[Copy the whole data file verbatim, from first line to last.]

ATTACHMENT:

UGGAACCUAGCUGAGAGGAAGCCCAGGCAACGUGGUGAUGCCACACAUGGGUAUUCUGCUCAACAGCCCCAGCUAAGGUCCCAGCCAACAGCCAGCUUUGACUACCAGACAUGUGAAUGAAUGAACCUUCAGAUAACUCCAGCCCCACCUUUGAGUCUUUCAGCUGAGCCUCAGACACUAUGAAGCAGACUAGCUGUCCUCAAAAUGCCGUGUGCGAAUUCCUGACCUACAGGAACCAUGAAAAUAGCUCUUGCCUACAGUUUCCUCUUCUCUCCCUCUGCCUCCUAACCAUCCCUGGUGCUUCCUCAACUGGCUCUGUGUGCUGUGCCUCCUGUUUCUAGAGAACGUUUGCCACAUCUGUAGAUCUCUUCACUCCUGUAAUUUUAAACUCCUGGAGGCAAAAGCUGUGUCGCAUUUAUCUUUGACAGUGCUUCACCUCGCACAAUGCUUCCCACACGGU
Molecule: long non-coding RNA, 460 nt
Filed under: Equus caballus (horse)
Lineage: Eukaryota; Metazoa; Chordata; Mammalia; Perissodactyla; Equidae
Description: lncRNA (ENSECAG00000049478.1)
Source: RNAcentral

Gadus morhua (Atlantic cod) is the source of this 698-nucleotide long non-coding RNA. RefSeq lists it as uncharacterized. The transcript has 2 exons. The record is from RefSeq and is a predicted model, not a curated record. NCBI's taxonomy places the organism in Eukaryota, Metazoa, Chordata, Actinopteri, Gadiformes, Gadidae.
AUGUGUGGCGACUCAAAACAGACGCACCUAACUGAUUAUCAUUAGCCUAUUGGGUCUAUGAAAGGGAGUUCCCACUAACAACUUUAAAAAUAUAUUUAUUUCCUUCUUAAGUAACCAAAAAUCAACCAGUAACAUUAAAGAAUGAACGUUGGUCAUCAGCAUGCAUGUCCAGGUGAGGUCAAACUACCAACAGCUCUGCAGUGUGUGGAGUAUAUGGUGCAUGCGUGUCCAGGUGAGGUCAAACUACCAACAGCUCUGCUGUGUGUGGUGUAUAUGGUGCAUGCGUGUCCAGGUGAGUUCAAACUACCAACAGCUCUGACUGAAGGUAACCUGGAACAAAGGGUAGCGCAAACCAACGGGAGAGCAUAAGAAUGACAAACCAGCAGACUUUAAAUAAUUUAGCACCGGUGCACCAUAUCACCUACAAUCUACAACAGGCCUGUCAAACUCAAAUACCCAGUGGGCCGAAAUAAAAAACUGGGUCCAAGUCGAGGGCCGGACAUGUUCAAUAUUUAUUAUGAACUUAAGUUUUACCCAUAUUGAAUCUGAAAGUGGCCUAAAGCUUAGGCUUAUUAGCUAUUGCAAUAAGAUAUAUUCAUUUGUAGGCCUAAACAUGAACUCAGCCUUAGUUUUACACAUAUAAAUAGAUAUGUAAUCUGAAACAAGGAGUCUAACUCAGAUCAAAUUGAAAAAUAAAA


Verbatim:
UGGAACCUAGCUGAGAGGAAGCCCAGGCAACGUGGUGAUGCCACACAUGGGUAUUCUGCUCAACAGCCCCAGCUAAGGUCCCAGCCAACAGCCAGCUUUGACUACCAGACAUGUGAAUGAAUGAACCUUCAGAUAACUCCAGCCCCACCUUUGAGUCUUUCAGCUGAGCCUCAGACACUAUGAAGCAGACUAGCUGUCCUCAAAAUGCCGUGUGCGAAUUCCUGACCUACAGGAACCAUGAAAAUAGCUCUUGCCUACAGUUUCCUCUUCUCUCCCUCUGCCUCCUAACCAUCCCUGGUGCUUCCUCAACUGGCUCUGUGUGCUGUGCCUCCUGUUUCUAGAGAACGUUUGCCACAUCUGUAGAUCUCUUCACUCCUGUAAUUUUAAACUCCUGGAGGCAAAAGCUGUGUCGCAUUUAUCUUUGACAGUGCUUCACCUCGCACAAUGCUUCCCACACGGU
Molecule: long non-coding RNA, 460 nt
Filed under: Equus caballus (horse)
Lineage: Eukaryota; Metazoa; Chordata; Mammalia; Perissodactyla; Equidae
Description: lncRNA (ENSECAG00000049478.1)
Source: RNAcentral

Gadus morhua (Atlantic cod) is the source of this 698-nucleotide long non-coding RNA. RefSeq lists it as uncharacterized. The transcript has 2 exons. The record is from RefSeq and is a predicted model, not a curated record. NCBI's taxonomy places the organism in Eukaryota, Metazoa, Chordata, Actinopteri, Gadiformes, Gadidae.
AUGUGUGGCGACUCAAAACAGACGCACCUAACUGAUUAUCAUUAGCCUAUUGGGUCUAUGAAAGGGAGUUCCCACUAACAACUUUAAAAAUAUAUUUAUUUCCUUCUUAAGUAACCAAAAAUCAACCAGUAACAUUAAAGAAUGAACGUUGGUCAUCAGCAUGCAUGUCCAGGUGAGGUCAAACUACCAACAGCUCUGCAGUGUGUGGAGUAUAUGGUGCAUGCGUGUCCAGGUGAGGUCAAACUACCAACAGCUCUGCUGUGUGUGGUGUAUAUGGUGCAUGCGUGUCCAGGUGAGUUCAAACUACCAACAGCUCUGACUGAAGGUAACCUGGAACAAAGGGUAGCGCAAACCAACGGGAGAGCAUAAGAAUGACAAACCAGCAGACUUUAAAUAAUUUAGCACCGGUGCACCAUAUCACCUACAAUCUACAACAGGCCUGUCAAACUCAAAUACCCAGUGGGCCGAAAUAAAAAACUGGGUCCAAGUCGAGGGCCGGACAUGUUCAAUAUUUAUUAUGAACUUAAGUUUUACCCAUAUUGAAUCUGAAAGUGGCCUAAAGCUUAGGCUUAUUAGCUAUUGCAAUAAGAUAUAUUCAUUUGUAGGCCUAAACAUGAACUCAGCCUUAGUUUUACACAUAUAAAUAGAUAUGUAAUCUGAAACAAGGAGUCUAACUCAGAUCAAAUUGAAAAAUAAAA